Lost in a Pile of Numbers Are Your Doctors Who They Say They Are?
This auditing and compliance “Tip of the Week” was originally published by the National Alliance for Medical Auditing Specialists (NAMAS), a division of DoctorsManagement.
As many might know, one of my primary projects is predicting the likelihood that a particular provider may be audited and if so, which procedures codes and/or modifiers are most at risk. To a large degree, the type of target acquisition conducted by government and private payers relies upon a core benchmark of peer-based utilization, and while that may not be the entire story, it is the introduction for sure. This initial benchmark is conducted based on the specialty of the provider being reviewed, so it would stand to reason under the GIGO (garbage in, garbage out) assumption that if the specialty is wrong, then everything that follows is wrong as well.
For example, let’s say I have a physician who is practicing as a cardiologist. The organization lists him/her as a cardiologist, s/he is promoted as a cardiologist and the billing is done under the guise of a cardiologist. This cardiologist is billing for a ton of procedure codes (CPT 99234, 99235 and 99236 for pacemaker interrogation services). In fact, let’s say that these are the first, second and third-most often reported procedures, respectively, by this cardiologist.
As a result, this cardiologist gets selected for an audit because based on Medicare peer utilization data that shows these procedures are ranked 28th, 26th and 25th, respectively for the average cardiologist. In fact, nationwide these procedures account for about 1.5% of all procedures reported by a cardiologist.
But wait! Let’s say that, instead of a cardiologist, this physician is actually a cardiac electrophysiologist. Now, the picture is much different because for that specialty, those three codes are ranked as the 8th, 5th and 4th most often reported codes with a total distribution of just over 14%, or over nine times as often. That makes a huge difference because when compared against other cardiologists, this provider looks like an anomaly, but when compared to other cardiac electrophysiologists, the provider looks normal. I could give you dozens of examples where this is not just a theoretical problem but has caused real-life problems for many physicians and practices.
So, who cares, really? Well, you should, because the payers do. Where do you think the benchmark data comes from? They might be from the national Medicare fee schedule database or the national Medicare claims database or some private payer database, but no matter the source, they are all basing their benchmarking decisions on provider specialty. The specialties come from one of two places: the NPPES database or the PECOS database, and sometimes it’s a crapshoot to know who uses which database.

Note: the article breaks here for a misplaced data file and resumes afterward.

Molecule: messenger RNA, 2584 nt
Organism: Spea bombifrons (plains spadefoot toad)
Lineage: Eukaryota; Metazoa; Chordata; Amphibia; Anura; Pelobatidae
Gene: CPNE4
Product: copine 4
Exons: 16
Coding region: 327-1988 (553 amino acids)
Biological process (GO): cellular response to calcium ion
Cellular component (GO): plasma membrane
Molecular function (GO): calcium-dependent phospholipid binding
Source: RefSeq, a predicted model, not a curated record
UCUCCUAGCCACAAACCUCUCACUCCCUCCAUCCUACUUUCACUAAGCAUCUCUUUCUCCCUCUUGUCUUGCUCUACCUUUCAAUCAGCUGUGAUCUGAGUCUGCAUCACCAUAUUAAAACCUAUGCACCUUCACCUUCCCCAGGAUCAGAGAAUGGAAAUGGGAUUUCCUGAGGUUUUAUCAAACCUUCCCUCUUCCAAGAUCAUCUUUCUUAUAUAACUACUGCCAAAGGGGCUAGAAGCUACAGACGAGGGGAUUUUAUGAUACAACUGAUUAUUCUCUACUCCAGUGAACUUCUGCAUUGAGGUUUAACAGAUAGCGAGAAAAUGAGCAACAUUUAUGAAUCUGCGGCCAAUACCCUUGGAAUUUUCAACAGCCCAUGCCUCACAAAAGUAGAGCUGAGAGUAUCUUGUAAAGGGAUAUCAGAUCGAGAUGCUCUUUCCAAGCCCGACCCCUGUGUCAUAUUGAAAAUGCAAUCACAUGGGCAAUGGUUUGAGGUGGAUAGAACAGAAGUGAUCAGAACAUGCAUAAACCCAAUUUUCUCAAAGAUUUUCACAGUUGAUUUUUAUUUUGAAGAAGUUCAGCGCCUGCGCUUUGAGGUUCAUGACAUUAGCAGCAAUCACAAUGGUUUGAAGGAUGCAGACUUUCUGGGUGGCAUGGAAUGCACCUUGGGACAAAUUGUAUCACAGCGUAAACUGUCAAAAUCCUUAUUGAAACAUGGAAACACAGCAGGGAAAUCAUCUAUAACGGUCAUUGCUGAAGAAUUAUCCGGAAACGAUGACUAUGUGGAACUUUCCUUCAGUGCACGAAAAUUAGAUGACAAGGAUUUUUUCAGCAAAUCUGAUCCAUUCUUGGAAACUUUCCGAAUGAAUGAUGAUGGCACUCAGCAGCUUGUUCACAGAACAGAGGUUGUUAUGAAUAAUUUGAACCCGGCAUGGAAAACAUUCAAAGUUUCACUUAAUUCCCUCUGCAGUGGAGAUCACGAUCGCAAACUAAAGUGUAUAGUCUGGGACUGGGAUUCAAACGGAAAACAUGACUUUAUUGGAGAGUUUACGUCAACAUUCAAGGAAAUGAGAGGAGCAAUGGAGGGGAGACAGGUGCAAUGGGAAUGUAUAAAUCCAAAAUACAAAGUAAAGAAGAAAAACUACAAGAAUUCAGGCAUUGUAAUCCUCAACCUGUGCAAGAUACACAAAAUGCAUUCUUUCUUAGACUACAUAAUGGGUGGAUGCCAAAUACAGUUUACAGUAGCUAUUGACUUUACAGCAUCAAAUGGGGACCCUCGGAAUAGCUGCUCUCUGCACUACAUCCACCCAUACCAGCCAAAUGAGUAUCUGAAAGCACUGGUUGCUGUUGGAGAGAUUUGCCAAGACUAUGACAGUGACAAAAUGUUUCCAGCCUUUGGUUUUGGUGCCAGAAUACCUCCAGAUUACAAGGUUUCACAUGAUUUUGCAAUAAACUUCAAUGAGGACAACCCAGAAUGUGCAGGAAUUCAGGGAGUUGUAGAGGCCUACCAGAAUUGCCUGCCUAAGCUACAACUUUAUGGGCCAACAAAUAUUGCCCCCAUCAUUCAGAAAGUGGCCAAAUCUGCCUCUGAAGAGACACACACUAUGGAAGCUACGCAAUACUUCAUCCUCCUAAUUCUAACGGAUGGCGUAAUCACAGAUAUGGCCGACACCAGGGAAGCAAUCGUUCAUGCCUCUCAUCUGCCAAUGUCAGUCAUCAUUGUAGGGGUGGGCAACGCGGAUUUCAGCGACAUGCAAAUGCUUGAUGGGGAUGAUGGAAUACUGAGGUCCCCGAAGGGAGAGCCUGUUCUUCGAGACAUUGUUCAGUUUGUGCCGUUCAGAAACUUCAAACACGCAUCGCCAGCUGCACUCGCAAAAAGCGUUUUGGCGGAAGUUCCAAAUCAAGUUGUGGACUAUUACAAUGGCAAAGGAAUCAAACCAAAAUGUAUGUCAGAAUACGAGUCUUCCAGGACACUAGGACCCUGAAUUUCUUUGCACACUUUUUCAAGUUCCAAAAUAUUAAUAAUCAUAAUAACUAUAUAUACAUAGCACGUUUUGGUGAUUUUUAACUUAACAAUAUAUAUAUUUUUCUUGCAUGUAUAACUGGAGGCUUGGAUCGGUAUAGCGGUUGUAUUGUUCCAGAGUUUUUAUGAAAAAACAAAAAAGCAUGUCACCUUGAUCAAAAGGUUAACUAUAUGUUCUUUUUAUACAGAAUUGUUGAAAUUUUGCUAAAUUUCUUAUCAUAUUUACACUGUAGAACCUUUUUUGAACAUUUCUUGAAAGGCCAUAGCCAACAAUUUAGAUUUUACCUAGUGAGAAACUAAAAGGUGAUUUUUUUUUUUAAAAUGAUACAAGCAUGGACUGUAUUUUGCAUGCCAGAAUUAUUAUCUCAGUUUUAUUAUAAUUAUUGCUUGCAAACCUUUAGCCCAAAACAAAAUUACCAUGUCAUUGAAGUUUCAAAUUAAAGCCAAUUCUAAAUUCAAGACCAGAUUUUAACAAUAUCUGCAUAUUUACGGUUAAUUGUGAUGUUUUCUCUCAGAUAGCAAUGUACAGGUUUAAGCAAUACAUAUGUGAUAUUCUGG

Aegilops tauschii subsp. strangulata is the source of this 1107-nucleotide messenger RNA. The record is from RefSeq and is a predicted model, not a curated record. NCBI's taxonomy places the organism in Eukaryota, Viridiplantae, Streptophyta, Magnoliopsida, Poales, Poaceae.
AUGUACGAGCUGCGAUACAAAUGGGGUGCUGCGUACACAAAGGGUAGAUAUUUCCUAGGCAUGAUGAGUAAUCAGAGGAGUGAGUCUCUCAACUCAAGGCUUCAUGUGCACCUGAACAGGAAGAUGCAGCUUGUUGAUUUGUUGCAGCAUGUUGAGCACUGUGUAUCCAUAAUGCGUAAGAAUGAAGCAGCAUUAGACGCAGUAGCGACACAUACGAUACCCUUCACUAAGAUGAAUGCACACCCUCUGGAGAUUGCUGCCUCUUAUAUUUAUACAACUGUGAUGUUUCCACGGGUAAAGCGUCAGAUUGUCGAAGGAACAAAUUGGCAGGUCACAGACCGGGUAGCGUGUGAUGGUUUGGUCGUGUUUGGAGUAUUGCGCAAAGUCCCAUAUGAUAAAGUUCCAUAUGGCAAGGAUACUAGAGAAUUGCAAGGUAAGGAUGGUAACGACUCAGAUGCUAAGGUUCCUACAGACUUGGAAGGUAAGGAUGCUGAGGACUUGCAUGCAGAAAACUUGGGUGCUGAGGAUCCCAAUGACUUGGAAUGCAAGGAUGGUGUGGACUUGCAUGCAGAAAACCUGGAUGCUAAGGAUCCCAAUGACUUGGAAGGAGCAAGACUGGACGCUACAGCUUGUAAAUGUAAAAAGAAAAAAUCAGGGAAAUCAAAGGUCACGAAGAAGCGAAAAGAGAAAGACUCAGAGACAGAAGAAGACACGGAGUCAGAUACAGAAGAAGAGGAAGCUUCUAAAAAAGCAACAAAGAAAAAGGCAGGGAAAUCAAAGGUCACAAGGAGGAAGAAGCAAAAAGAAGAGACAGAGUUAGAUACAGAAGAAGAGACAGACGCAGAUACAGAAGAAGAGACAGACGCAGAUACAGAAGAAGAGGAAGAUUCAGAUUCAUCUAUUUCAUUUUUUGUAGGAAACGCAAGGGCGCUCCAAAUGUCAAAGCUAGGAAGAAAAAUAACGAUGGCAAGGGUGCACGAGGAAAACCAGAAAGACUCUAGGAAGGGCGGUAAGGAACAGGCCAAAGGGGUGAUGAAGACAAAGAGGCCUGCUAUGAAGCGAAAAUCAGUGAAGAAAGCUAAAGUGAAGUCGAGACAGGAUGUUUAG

For example, in conversations with folks who conduct the annual CERT (Comprehensive Error Rate Testing) study, I was told that they rely on the NPPES database. But for determining anomalies under the FPS (fraud prevention system), the specialties are determined using the PECOS database. The MACs tend to rely on the PECOS database while I have heard that private payers rely more on the NPPES database.
So, what’s a physician to do? The first step is to take a look at each of these and ensure that the physician’s specialty is properly registered. For the NPPES database, go to https://npiregistry.cms.hhs.gov/ and type in the NPI number. There are instructions that explain how to update the physician’s primary as well as secondary taxonomy codes. For the PECOS database, go to https://pecos.cms.hhs.gov/pecos/login.do#headingLv1 and follow the online instructions.
I can tell you that, based on the tens of thousands of physicians for whom I have conducted risk assessments, just over 10% have been registered under the wrong specialty in one or both of those databases, resulting in audits – expensive, resource-intensive audits – that should have never occurred. It’s not just a small error; I have seen cases where physicians were registered as one specialty under PECOS and a different specialty under NPPES, but their actual specialty was different from both. Such cases make it very confusing when trying to understand why a provider is being subjected to an external audit.
You know the old expression: “Fool me once, shame on you; fool me twice, shame on me.” I can’t think of a better application of it than this.
This Week’s Audit Tip Written By:
Frank Cohen is the Director of Analytics and Business Intelligence for our parent organization, DoctorsManagement.
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